User 99, Unknown

Wednesday, March 14, 2007 at 10:30 AM

Posted by Greg Miller, Mac Team Software Engineer

If you're familiar with Unix or you've poked around user accounts and file permissions in Mac OS X, you have probably seen typical user accounts such as root, nobody, and daemon. Mac OS X has an additional interesting account for a user named unknown. Unknown has the UID (user ID) number 99, which is treated specially in the kernel and in some user-level libraries. The special properties afforded to unknown are needed to make device sharing between computers as painless as possible. Let's look at what makes unknown so special.

User unknown, or more precisely, the user with a UID of 99, is treated specially in the following ways:


  1. A file owned by UID 99 appears to be owned by whoever is viewing it (but see the caveat below).
  2. Volumes mounted with the MNT_IGNORE_OWNERSHIP flag treat all files as if they were owned by UID 99.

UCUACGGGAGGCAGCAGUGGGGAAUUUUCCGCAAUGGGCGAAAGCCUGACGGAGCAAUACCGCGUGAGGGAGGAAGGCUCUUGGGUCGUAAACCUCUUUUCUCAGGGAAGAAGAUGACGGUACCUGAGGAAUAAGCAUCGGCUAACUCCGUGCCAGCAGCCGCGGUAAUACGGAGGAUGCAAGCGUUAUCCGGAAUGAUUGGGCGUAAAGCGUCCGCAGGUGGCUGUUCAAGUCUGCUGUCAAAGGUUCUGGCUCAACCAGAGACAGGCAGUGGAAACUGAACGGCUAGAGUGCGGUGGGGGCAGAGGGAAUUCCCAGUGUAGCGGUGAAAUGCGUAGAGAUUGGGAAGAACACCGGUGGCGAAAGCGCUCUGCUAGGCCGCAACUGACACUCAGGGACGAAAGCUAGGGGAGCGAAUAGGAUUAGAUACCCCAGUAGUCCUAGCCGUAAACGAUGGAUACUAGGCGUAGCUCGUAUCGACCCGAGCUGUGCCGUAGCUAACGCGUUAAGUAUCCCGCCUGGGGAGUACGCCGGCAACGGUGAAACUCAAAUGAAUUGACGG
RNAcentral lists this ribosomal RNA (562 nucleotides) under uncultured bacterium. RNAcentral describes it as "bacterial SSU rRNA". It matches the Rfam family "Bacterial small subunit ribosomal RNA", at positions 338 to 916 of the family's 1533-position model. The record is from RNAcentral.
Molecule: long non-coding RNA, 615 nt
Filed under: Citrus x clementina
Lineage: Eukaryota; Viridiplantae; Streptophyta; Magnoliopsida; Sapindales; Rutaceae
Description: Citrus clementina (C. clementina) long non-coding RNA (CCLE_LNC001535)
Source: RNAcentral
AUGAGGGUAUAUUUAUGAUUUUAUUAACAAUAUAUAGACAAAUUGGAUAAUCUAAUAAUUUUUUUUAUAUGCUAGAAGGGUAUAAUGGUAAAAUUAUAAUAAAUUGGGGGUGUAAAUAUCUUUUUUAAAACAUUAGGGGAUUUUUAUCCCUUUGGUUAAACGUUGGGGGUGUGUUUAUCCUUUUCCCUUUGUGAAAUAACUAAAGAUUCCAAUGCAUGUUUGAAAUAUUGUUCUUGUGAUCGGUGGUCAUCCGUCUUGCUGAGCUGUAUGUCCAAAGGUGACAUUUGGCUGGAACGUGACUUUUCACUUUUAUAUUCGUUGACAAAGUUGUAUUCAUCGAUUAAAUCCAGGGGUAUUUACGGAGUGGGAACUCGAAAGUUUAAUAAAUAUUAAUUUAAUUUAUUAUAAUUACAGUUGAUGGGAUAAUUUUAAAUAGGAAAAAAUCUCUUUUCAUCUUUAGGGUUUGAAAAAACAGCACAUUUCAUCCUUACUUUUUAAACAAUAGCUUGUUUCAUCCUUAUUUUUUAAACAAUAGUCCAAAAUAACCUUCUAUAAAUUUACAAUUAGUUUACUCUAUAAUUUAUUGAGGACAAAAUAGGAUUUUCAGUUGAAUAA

An important caveat to the first item above is that this special treatment does not apply to the root user. If root views a file owned by unknown, the file appears as it actually is — owned by user 99. Let's look at an example, using Terminal:
$ touch file.txt
$ ls -l file.txt
-rw-r--r-- 1 jgm jgm 0 Mar 9 22:07 file.txt

$ sudo chown 99:99 file.txt
$ ls -l file.txt
-rw-r--r-- 1 jgm jgm 0 Mar 9 22:07 file.txt

Here I created the file file.txt, then changed its owner and group to 99, but the file listing still shows me as the owner. What happens when I list the file as the root user?

$ sudo ls -l file.txt
-rw-r--r-- 1 unknown unknown 0 Mar 9 22:07 file.txt
When I use sudo to list the file as root, we can see that the real owner of the file is indeed unknown. Further, we can verify the behavior when we list the file as another, non-root user:
$ sudo -u test ls -l file.txt
-rw-r--r-- 1 test test 0 Mar 9 22:07 file.txt

This special treatment is handled in the VFS layer of the kernel, specifically, in the file xnu/bsd/vfs/kpi_vfs.c. In that file, the vnode_getattr() function has logic that looks like this: